If Human Beings Were Whales

May 26, 2010 09:00 AM

 The headline is not a joke! It is in fact so uncharacteristically serious that there are barely printable words to express my horror. The headline from whence my speechlessness emanates is this: “‘Human rights’ urged for whales and dolphins.”

Recently a gathering of scientists, philosophers, conservationists, law professors and ethicists have come to the conclusion that the alleged intelligence level of certain mammals known as cetaceans, such as the whale and the dolphin, entitles them to basic human rights—rights that all preborn human beings are being denied as I write. In a public statement entitled “Whales Have A Right To Life, Liberty And Wellbeing,” the Whale and Dolphin Conservation Society reports, “In collaboration with Paola Cavalieri of the Great Ape Project, this weekend WDCS hosted a ground-breaking meeting in Helsinki, Finland. Experts gathered to ask whether cetaceans (whales, dolphins and porpoises) should be considered as non-human persons.” The resulting document that came out of that meeting, entitled “Declaration of Rights for Cetaceans: Whales and Dolphins” states the following:

Based on the principle of the equal treatment of all persons;
Recognizing that scientific research gives us deeper insights into the complexities of cetacean minds, societies and cultures;
Noting that the progressive development of international law manifests a growing sense of entitlement by cetaceans;
We affirm that all cetaceans as persons have the right to life, liberty and wellbeing.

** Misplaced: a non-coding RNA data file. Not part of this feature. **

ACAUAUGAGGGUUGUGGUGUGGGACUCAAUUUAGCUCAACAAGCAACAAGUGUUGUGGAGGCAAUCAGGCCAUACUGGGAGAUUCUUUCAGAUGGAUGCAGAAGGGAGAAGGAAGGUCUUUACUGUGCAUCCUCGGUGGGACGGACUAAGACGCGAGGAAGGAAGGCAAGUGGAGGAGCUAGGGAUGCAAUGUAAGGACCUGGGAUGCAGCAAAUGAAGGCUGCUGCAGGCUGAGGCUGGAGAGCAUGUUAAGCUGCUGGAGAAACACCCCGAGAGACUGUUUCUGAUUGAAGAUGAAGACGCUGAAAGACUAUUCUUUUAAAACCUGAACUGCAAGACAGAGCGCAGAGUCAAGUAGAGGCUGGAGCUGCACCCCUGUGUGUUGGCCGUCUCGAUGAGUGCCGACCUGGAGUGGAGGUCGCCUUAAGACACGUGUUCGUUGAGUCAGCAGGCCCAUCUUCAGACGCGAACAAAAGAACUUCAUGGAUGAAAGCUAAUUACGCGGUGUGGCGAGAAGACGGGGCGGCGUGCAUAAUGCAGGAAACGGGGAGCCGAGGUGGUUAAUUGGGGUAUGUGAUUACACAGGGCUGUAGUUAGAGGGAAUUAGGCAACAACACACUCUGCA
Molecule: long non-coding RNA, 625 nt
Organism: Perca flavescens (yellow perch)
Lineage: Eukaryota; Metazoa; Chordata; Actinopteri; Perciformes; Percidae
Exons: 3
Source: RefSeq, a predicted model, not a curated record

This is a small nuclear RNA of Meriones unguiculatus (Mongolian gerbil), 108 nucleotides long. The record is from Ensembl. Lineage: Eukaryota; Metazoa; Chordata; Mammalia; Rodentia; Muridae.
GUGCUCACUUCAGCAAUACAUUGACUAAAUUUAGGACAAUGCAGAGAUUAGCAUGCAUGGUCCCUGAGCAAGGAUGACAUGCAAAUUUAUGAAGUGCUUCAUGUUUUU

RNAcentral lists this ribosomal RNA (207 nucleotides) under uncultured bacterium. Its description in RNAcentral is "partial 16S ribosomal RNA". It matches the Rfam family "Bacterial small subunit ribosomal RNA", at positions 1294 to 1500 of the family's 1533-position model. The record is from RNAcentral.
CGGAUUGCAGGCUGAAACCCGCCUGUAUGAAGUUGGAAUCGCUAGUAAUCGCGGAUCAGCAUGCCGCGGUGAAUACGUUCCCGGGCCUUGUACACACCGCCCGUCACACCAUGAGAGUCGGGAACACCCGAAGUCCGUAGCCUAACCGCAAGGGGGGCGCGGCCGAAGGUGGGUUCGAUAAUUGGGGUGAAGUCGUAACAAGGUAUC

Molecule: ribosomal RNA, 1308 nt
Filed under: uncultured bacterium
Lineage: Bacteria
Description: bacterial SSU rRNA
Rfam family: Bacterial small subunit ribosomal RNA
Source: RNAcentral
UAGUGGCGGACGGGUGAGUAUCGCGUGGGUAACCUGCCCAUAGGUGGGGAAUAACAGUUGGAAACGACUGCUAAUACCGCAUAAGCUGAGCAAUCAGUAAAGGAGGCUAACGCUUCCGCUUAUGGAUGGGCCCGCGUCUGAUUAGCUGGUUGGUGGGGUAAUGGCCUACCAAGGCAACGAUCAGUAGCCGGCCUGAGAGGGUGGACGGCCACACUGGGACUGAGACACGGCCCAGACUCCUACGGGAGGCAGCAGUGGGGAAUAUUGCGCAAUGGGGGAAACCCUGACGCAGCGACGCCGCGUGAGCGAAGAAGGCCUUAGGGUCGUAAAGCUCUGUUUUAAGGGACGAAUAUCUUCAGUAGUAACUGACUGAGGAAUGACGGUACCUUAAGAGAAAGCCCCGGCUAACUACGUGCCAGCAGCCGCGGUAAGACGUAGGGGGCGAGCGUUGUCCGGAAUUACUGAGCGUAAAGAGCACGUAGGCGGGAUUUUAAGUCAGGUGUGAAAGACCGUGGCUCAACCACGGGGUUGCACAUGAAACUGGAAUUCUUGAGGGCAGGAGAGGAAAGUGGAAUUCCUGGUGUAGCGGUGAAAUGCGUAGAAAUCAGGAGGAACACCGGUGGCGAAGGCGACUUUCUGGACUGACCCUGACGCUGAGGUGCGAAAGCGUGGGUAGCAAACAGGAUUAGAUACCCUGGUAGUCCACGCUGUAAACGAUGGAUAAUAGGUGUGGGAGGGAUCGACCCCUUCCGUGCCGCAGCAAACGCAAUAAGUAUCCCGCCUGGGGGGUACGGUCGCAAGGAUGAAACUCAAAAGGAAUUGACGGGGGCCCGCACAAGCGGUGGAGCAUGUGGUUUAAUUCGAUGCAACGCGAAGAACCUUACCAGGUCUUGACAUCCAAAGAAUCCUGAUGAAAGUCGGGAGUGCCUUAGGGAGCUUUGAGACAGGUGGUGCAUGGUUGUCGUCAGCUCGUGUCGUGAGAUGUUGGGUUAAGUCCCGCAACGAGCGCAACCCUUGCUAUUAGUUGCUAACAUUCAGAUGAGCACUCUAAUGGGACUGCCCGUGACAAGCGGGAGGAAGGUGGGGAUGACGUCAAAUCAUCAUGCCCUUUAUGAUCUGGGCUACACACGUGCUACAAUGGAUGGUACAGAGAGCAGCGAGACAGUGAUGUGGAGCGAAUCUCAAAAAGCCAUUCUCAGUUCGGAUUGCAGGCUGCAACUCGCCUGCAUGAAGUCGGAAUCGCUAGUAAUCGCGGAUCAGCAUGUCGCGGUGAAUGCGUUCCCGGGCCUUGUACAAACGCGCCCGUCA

We believe that:

1.    Every individual cetacean has the right to life.
2.    No cetacean should be held in captivity or servitude; be subject to cruel treatment; or be removed from their natural environment.
3.    All cetaceans have the right to freedom of movement and residence within their natural environment.
4.    No cetacean is the property of any State, corporation, human group or individual.
5.    Cetaceans have the right to the protection of their natural environment.
6.    Cetaceans have the right not to be subject to the disruption of their cultures.
7.    The rights, freedoms and norms set forth in this Declaration should be protected under international and domestic law.
8.    Cetaceans are entitled to an international order in which these rights, freedoms and norms can be fully realized.
9.    No State, corporation, human group or individual should engage in any activity that undermines these rights, freedoms and norms.
10.  Nothing in this Declaration shall prevent a State from enacting stricter provisions for the protection of cetacean rights.

Contrast this declaration with the following brief excerpt from American Life League’s Declaration on Truth and Life

At a time when man's very existence and understanding of the Truth is threatened on every level by the vacuum of moral relativism, it is imperative that we move beyond the inconsistent definition of "pro-life," realizing that the Truth upon which we stand and base our principles exists outside the realm of human definition and interpretation. We must constantly serve, through all of our actions and our words, without exception, as a reflection of the Truth, and pursue only those remedies for evil and deprecation in our cultures that are consistent with this Truth in our collaborative quests for the true Good.